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Nonfiction Picture Book Wednesday

Nonfiction Picture Book Wednesday is hosted by Kid Lit Frenzy and was started to help promote the reading of nonfiction texts. Most Wednesdays, we will be participating and will review a nonfiction text (though it may not always be a picture book).
Be sure to visit Kid Lit Frenzy and see what other nonfiction books are shared this week!

Disclaimer: This book is technically historical fiction, but I felt it belonged on a Wednesday because of its base in fact (see “A Note About The Text”).

freedom summer

Freedom Summer
Author: Deborah Wiles
Illustrator: Jerome Lagarrigue
Published January 1st, 2005 by Aladdin

Goodreads Summary: 

John Henry swims better than anyone I know.
He crawls like a catfish,
blows bubbles like a swamp monster,
but he doesn’t swim in the town pool with me.
He’s not allowed.

Joe and John Henry are a lot alike. They both like shooting marbles, they both want to be firemen, and they both love to swim. But there’s one important way they’re different: Joe is white and John Henry is black, and in the South in 1964, that means John Henry isn’t allowed to do everything his best friend is. Then a law is passed that forbids segregation and opens the town pool to everyone. Joe and John Henry are so excited they race each other there…only to discover that it takes more than a new law to change people’s hearts.

My Review:  Deborah Wiles amazes me every time I read something by her. I think I need to get everything she has written and devour it. Her books make me a better person. This one is no exception to these statements. Freedom Summer starts with a personal story of Wiles’s and sets the stage for the book: What would it be like to have a best friend who is black in the South in 1964? Do you know what it is like? Any other friendship! Except many people felt that it was wrong and you cannot go places together. Freedom Summer is about Joe and John Henry. They are both young boys. They both like to swim. They both love ice cream. However, only one can go to the pool and only one can buy ice cream from the store. I think what makes this story so impactful is that Wiles sets the stage of the friendship as something so normal (because it is!!) then shows how different their lives are. So powerful. Made me cry. It’s lyrical writing, soft and beautiful illustrations, and powerful message are so moving. Go read it if you haven’t.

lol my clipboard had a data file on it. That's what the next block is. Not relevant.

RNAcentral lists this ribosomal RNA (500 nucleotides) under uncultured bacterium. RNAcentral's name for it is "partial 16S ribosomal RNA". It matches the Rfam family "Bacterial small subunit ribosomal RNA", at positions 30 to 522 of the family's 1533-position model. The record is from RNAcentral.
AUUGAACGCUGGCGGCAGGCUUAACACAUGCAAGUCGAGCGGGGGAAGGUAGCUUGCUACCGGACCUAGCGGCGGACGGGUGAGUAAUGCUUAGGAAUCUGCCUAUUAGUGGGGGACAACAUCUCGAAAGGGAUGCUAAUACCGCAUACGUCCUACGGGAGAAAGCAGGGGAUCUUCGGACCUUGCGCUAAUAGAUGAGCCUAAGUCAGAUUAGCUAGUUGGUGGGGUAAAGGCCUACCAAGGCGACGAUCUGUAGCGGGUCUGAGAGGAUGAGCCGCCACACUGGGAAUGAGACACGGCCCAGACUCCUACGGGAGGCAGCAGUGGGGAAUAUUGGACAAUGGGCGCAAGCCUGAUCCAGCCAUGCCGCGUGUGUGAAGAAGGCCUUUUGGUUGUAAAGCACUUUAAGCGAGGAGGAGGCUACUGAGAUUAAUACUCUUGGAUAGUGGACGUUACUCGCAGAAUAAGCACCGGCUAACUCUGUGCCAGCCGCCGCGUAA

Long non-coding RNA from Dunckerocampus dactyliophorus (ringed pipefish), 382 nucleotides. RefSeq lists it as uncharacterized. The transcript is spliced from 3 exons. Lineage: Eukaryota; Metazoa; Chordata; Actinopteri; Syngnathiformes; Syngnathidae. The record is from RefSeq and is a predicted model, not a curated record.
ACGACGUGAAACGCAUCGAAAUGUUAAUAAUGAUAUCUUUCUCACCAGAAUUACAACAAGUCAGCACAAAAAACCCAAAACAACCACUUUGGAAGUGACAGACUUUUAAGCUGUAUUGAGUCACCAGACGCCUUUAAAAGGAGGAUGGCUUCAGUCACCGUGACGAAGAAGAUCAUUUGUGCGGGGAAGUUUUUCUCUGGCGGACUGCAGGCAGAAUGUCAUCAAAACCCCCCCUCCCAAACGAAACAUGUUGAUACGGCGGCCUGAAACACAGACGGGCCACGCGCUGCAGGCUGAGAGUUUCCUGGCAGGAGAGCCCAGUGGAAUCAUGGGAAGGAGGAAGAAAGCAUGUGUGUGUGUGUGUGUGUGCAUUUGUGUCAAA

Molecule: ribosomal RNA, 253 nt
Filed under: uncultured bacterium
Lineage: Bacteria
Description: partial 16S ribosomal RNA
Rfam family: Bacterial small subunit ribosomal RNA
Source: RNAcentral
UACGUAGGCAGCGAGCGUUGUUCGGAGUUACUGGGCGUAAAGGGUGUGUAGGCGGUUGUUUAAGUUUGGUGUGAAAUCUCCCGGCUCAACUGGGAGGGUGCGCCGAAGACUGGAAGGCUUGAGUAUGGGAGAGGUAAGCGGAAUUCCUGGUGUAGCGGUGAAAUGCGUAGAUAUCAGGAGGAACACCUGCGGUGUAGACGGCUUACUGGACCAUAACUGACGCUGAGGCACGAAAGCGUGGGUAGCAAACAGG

You can view Ricki’s review of Freedom Summer here.

Teachers’ Tools for Navigation: This book belongs in classrooms. It will start discussions and make students think. Luckily, Deborah Wiles helps us out a ton by sharing so many resources with us on her Pinterest board https://www.pinterest.com/debbiewiles/ and her website http://deborahwiles.com/site/resources-for-educators/.

Discussion Questions: Why was the pool being filled with tar?; What do you think will happen after the end of the book?; Based on Joe’s parents letting him be friends with John Henry, what can you infer their viewpoint of integration is?

We Flagged: 

freedom summer spread

from http://books.simonandschuster.ca/Freedom-Summer/Deborah-Wiles/9781481422987

Read This If You Loved: Revolution by Deborah WilesSeeds of Freedom by Hester BassSeparate is Never Equal by Duncan TonatiuhThe Lions of Little Rock by Kristin Levine, Sin-In by Andrea Pinkney

Recommended For: 

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14 Responses to Freedom Summer by Deborah Wiles (Kellee’s Review)

  1. This does sound like a lovely book. I am always on the lookout for multicultural titles so that I can add them to my text-set for my higher-degree class. Will try to see if we have this in our library. Thanks again!

  2. Kellee – I do the same thing. If the author does a great job at research and there are a lot of great resources at the end, I will still add it to my post but put a disclaimer. I love this book and it is good to remember older titles with important messages. Thank you for sharing.

  3. Linda Baie says:

    It’s great that Wiles has created a picture book for younger children about this time, too. Definitely a must read. Thanks, Kellee!

  4. I love this book. Such a powerful picture book title. Have you read the novel Glory Be by Augusta Scattergood? This novel would also pair well with your other suggestions.

  5. Kellee says:

    I have not read Glory Be. I remember really wanting to, but it had gone off my radar–thank you for putting it back on it. If I don’t get to it, I’ll need to put it on my #mustread for next year!

  6. I want to read more about this subject. I think I was first introduced to Freedom Riders with Revolution.

  7. I think I remember Ricki mentioning this book to me months ago and I was so glad. I loved it. I thought Wiles did an amazing job capturing a very tumultuous time and told in the voice of a child. She is an amazing writer!

  8. Sounds like a powerful and important read. Thanks

  9. Joanna says:

    Right, friendship is normal. I love how that premise is established at the beginning. Swimming as part of segregation is such a great way in to share this time period with young children.

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